• Re-connect with old friends. Families affected by drugs and alcohol often become isolated from previous social networks.
  • Get some exercise. A brisk walk, a cycle or a favourite class has many health and wellbeing benefits, not least that it will release endorphins that improve your mood.
  • Buy a diary, offload your thoughts, clear your mind
  • Take a break. Many family members of those who use drugs or alcohol feel unable to get away because of the unpredictability of their loved one’s behaviour. But a change of scene, even for a weekend, can make a huge difference to the rest of the family.
  • Find a local support group or an online forum where you can speak openly and offload how YOU are feeling

A word from the author

My dad died with as much dignity as an addict could, he wasn’t found on a street, out in the cold, he was at home surrounded by his daughters, he died knowing he was loved. I learned that dad was more than his addiction and in a bizarre kinda way we had a unique relationship, one that I will cherish If I am guilty of cooking meals, doing laundry, running errands then sue me?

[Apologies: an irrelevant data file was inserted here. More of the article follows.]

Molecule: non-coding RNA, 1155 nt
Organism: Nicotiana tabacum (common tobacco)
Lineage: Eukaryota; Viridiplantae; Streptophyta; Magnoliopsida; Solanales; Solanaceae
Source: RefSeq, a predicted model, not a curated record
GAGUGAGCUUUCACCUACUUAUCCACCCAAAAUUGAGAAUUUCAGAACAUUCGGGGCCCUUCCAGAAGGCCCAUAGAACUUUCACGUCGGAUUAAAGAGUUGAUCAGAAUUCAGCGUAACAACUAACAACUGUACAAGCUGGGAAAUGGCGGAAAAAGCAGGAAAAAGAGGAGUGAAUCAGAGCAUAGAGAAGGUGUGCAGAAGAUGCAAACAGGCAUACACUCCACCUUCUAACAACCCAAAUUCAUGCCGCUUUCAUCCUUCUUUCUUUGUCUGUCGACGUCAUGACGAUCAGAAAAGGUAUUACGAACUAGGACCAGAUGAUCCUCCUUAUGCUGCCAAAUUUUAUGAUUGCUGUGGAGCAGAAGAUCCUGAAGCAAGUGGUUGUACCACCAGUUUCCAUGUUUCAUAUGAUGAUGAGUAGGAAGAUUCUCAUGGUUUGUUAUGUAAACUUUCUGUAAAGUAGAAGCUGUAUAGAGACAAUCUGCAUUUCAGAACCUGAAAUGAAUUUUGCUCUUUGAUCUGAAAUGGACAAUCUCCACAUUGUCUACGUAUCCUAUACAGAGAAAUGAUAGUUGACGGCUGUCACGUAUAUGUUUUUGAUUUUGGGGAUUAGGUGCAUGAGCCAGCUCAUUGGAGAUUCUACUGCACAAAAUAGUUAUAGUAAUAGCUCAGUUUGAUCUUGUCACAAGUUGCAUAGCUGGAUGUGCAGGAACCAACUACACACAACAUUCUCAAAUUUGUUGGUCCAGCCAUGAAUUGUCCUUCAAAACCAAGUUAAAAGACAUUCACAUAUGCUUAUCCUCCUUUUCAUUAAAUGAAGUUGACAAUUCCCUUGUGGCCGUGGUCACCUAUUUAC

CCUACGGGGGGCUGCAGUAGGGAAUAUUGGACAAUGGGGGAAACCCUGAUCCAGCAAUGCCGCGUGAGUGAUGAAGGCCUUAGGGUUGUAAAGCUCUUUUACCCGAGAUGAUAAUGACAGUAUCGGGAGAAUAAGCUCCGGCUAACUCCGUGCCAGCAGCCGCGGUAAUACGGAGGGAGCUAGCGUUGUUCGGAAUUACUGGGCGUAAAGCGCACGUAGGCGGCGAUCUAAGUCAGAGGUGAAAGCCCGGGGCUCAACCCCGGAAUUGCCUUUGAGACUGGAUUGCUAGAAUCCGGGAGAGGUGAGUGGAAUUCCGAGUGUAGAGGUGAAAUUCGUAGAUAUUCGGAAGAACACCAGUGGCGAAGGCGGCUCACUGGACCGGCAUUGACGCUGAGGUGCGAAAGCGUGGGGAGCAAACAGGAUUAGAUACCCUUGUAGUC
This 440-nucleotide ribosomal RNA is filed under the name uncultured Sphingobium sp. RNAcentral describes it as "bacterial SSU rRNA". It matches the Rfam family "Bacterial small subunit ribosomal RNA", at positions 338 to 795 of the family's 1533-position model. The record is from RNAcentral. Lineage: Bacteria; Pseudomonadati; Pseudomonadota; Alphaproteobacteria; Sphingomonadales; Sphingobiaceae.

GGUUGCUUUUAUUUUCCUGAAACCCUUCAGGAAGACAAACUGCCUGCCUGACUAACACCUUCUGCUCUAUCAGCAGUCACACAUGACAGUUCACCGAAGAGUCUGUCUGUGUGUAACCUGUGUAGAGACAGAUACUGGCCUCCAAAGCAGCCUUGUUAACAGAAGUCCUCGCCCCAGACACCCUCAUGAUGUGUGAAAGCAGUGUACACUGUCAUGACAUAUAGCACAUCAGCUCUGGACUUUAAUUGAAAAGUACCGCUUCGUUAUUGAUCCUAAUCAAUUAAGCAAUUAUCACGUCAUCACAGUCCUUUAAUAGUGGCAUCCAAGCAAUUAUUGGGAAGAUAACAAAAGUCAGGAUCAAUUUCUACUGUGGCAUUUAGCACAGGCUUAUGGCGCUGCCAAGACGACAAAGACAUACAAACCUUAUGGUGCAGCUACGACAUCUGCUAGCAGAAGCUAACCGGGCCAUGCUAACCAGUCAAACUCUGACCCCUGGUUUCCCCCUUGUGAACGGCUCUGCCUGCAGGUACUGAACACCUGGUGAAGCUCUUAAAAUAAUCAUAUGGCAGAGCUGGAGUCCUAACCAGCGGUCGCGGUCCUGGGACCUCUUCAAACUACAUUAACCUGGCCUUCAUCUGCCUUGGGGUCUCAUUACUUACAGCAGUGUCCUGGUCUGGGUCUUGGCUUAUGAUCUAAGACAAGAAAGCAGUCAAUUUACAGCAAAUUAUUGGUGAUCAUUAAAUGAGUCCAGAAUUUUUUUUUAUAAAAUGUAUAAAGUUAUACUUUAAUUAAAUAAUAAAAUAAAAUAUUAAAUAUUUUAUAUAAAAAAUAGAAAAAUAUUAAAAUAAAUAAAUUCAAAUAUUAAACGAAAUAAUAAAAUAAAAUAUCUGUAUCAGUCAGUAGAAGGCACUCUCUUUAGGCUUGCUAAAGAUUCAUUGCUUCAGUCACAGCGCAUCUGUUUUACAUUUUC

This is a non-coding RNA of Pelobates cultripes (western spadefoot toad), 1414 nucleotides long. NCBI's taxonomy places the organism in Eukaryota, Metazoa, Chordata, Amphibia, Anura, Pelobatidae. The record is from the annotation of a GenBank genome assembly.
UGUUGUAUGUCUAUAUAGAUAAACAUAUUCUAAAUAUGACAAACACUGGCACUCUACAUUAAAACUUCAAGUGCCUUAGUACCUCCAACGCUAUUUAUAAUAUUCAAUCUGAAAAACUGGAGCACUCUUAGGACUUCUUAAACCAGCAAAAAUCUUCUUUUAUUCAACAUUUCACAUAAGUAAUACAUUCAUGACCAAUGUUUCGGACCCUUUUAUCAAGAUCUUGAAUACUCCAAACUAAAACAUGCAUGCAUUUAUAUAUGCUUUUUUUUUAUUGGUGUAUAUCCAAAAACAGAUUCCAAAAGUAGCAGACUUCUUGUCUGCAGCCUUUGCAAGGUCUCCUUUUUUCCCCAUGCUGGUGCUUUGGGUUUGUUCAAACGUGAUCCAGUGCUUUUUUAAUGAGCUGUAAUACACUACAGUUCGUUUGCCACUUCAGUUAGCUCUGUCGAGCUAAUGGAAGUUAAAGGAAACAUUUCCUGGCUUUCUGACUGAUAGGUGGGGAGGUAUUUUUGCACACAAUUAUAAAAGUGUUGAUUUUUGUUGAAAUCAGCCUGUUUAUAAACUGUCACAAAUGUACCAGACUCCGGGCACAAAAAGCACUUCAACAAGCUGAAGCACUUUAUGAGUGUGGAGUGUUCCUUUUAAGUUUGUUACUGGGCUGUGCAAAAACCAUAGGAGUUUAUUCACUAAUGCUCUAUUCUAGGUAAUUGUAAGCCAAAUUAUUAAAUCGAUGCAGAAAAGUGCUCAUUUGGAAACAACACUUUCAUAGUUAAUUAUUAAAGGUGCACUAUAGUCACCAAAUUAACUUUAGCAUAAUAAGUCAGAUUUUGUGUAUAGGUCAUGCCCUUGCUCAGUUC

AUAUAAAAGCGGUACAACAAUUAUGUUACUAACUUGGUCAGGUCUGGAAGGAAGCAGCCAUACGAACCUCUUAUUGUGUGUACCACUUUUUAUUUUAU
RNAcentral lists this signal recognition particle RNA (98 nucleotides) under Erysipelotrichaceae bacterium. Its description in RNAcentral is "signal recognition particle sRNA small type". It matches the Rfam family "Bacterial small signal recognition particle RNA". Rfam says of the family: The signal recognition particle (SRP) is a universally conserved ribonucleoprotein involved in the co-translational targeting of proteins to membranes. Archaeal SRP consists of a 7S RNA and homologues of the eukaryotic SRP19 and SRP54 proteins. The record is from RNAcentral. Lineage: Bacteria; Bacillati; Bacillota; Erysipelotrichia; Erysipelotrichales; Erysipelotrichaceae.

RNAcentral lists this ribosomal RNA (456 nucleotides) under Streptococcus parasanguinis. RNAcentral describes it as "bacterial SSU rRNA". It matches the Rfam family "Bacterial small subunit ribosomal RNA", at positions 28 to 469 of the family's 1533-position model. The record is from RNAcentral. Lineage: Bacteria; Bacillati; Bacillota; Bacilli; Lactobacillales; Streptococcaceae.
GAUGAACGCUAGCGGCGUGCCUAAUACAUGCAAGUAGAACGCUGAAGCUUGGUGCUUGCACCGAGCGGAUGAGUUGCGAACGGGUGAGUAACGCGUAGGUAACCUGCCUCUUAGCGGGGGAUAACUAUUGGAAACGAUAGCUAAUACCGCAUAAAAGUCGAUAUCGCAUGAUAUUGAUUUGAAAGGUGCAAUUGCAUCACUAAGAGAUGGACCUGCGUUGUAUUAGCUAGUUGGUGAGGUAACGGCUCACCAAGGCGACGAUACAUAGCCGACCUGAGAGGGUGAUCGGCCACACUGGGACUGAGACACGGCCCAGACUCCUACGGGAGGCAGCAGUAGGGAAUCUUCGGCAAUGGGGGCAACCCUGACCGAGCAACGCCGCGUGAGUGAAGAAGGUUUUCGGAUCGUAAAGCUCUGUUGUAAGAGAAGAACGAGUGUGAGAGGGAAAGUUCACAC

My dad’s addiction and ultimate death took my on a journey at the time I wasn’t ready or prepared for, but as I look back, I am no longer left with regrets or sadness, I am left with memories that will stay with me for a lifetime. Learning to let go of the guilt, the anger has helped me see beyond myself and see the past for what it was, a series of events that took place. I am a stronger version of who I once was and I wouldn’t change a thing.

Shithappens whether we like it or not, its how we deal with the shit that counts, so on that note.

Try not to be afraid of who you truly are and remember, if you would like to subscribe to more posts, please go to https://www.shithappens.me.uk/contact/ and sign up, If you liked the post please share, if you don’t then do nothing and that’s ok too.

Love Fordy x